What is Alcoholics Anonymous?

There are two practical ways to describe A.A. The first is the familiar description of purposes and objectives that appears earlier: “Alcoholics Anonymous is a fellowship of men and women who share their experience, strength and hope with each other that they may solve their common problem and help others to recover from alcoholism. The only requirement for membership is a desire to stop drinking. There are no dues or fees for A.A. membership; we are self-supporting through our own contributions. A.A. is not allied with any sect, denomination, politics, organization or institution; does not wish to engage in any controversy; neither endorses nor opposes any causes. Our primary purpose is to stay sober and help other alcoholics to achieve sobriety.” The “common problem” is alcoholism. The men and women who consider themselves members of A.A. are, and always will be, alcoholics, even though they may have other addictions. They have finally recognized that they are no longer able to handle alcohol in any form; they now stay away from it completely. The important thing is that they do not try to deal with the problem single-handedly. They bring the problem out into the open with other alcoholics. This sharing of “experience, strength and hope” seems to be the key element that makes it possible for them to live without alcohol and, in most cases, without even wanting to drink. The second way to describe Alcoholics Anonymous is to outline the structure of the Society. Numerically, A.A. consists of more than 2,000,000 men and women, in approximately 180 countries. These people meet in local groups that range in size from a handful of ex-drinkers in some localities to many hundreds in larger communities. In the populous metropolitan areas, there may be scores of neighborhood groups, each holding its own regular meetings. Many A.A. meetings are open to the public; some groups also hold “closed meetings,” where members are encouraged to discuss problems that might not be fully appreciated by non-alcoholics. The local group is the core of the A.A. Fellowship. Its open meetings welcome alcoholics and their families in an atmosphere of friendliness and helpfulness. There are now more than 117,000 groups throughout the world, including hundreds in hospitals, prisons, and other institutions.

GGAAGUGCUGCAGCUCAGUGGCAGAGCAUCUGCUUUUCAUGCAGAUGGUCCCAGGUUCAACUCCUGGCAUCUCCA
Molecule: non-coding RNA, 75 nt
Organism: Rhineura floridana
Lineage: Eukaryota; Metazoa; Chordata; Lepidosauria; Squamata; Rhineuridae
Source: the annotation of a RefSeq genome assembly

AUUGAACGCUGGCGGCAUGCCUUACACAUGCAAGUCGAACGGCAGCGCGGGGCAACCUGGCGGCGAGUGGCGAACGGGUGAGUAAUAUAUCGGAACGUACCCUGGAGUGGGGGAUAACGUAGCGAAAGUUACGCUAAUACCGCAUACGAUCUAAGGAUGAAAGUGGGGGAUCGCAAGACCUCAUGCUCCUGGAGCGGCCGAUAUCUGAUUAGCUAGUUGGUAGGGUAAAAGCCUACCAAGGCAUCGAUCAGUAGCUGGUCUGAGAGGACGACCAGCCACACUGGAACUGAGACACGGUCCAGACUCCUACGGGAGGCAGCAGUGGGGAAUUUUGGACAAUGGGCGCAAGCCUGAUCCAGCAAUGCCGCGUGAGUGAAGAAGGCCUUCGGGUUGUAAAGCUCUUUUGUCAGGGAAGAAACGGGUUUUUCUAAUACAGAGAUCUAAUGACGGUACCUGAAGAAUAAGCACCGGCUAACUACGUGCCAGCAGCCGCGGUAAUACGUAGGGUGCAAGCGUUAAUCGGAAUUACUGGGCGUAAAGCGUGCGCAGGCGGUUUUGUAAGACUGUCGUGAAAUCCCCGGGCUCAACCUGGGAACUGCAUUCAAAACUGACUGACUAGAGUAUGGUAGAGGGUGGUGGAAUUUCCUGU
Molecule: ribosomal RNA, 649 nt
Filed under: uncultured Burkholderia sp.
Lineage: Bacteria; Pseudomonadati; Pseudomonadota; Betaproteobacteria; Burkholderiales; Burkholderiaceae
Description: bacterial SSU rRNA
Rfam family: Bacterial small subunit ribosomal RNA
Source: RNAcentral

How did A.A. get started?

Alcoholics Anonymous had its beginnings in Akron, Ohio, in 1935 when a New Yorker on business there and successfully sober for the first time in years sought out another alcoholic. During his few months of sobriety, the New Yorker had noticed that his desire to drink lessened when he tried to help other drunks to get sober. In Akron, he was directed to a local doctor with a drinking problem. Working together, the businessman and the doctor found that their ability to stay sober seemed closely related to the amount of help and encouragement they were able to give other alcoholics. For four years, the new movement, nameless and without any organization or descriptive literature, grew slowly. Groups were established in Akron, New York, Cleveland, and a few other centers. In 1939, with the publication of the book Alcoholics Anonymous, from which the Fellowship derived its name, and as the result of the help of a number of nonalcoholic friends, the Society began to attract national and international attention. A service office was opened in New York City to handle the thousands of inquiries and requests for literature that pour in each year.

Are there any rules in A.A.?

The absence of rules, regulations, or musts is one of the unique features of A.A. as a local group and as a worldwide fellowship. There are no bylaws that say a member has to attend a certain number of meetings within a given period. Understandably, most groups have an unwritten tradition that anyone who is still drinking, and boisterous enough to disturb a meeting, may be asked to leave; the same person will be welcomed back at any time when not likely to disrupt a meeting. Meanwhile, members of the group will do their best to help bring sobriety to the person if there is a sincere desire to stop drinking.

What does membership in A.A. cost?

Membership in A.A. involves no financial obligations of any kind. The A.A. program of recovery from alcoholism is available to anyone who has a desire to stop drinking, whether he or she is flat broke or the possessor of millions. Most local groups “pass the hat” at meetings to defray the cost of renting a meeting place and other meeting expenses, including coffee, sandwiches, cakes, or whatever else may be served. In a large majority of the groups, part of the money thus collected is voluntarily contributed to A.A.’s national and international services. These group funds are used exclusively for services designed to help new and established groups and to spread the word of the A.A. recovery program to “the many alcoholics who still don’t know.” The important consideration is that membership in A.A. is in no way contingent upon financial support of the Fellowship. Many A.A. groups have, in fact, placed strict limitations on the amount that can be contributed by any member. A.A. is entirely self-supporting, and no outside contributions are accepted.

Who runs A.A.?